Sunday, August 2, 2015

Review: The End of the Tour

Image courtesy of A24.
James Ponsoldt's "The End of the Tour" is a fascinating picture, not only due to its intimate story that keeps company with two writers, one of whom was hailed among the best of his generation, on a road trip, but also due to some of the controversy surrounding the film.

I typically - in fact, virtually never - take he-said-she-said arguments into account when reviewing a film. For example, I could care less whether Martin Luther King Jr. and Lyndon B. Johnson actually had the conversations portrayed in "Selma" as those scenes were used to further the story and they were not egregious.

So, I take into account that - in the case of "The End of the Tour" - I'm watching a movie about actual people with some possibly fictional sequences. I have no problem with that, although those who have been against the film from the beginning might have a reasonable bone to pick with the film's depiction of David Foster Wallace (Jason Segel, who is quite good here).

It's been noted that an aura of gloom, depression and suicide is hinted at throughout the film as Wallace opens up to Rolling Stone reporter David Lipsky (a very good Jesse Eisenberg). The book tour during which Lipsky follows Wallace was in 1996, while the author's suicide didn't happen until 2008. So, the complaints that Wallace coming off as a depressive and possibly suicidal person more than a decade before he actually died is a valid complaint. Perhaps, Ponsoldt and company did not intend to foreshadow Wallace's eventual suicide, but the film often drops hints that could be interpreted as such.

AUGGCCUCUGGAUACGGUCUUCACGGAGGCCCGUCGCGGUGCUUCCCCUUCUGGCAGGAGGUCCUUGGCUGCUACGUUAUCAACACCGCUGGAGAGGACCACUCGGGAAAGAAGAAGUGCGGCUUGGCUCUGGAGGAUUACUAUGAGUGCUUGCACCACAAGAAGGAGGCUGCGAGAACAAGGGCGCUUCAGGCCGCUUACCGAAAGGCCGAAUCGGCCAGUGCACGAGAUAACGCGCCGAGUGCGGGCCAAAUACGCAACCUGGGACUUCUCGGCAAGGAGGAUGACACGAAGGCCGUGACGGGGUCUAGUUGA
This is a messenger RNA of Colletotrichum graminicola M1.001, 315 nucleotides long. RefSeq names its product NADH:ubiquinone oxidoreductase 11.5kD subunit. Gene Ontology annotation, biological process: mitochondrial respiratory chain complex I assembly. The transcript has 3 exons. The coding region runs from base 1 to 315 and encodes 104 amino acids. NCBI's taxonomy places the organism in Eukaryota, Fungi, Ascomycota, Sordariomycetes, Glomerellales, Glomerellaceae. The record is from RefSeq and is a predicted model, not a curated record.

Getting that out of the way, "The End of the Tour" is still a good movie with two strong performances at its center. Eisenberg plays Lipsky as a pushy reporter who wants to get the best story out of his time spent with Wallace, whom he obviously respects, but also a guy attempting to do the right thing. As Wallace, Segel displays dramatic talents before unseen, portraying Wallace as a man who wants to be seen as ordinary - he lives in a modest home in Illinois and worries constantly that people will think more highly of him than he believes himself to deserve - but is clearly someone of great talent.

Although the film is not confined to one room - Lipsky follows Wallace during a promotional tour for "Infinite Jest," his most acclaimed work - it reminded me slightly of Louis Malle's wonderful "My Dinner with Andre," in that both films are centered completely around conversation and any sort of character development must be gleaned from the characters' words.

At one point late in the film, Lipsky reads to a crowd about his experience shadowing Wallace during the book tour and calls their tete a tetes "the best conversation [he'd] ever had." And that is what ultimately makes "The End of the Tour" work. It's a film centered around conversation between two people who are interesting to hear. I can take into account the critiques of the film based on Wallace's portrayal, but I still think the film works and is a great showcase for two very good performances.

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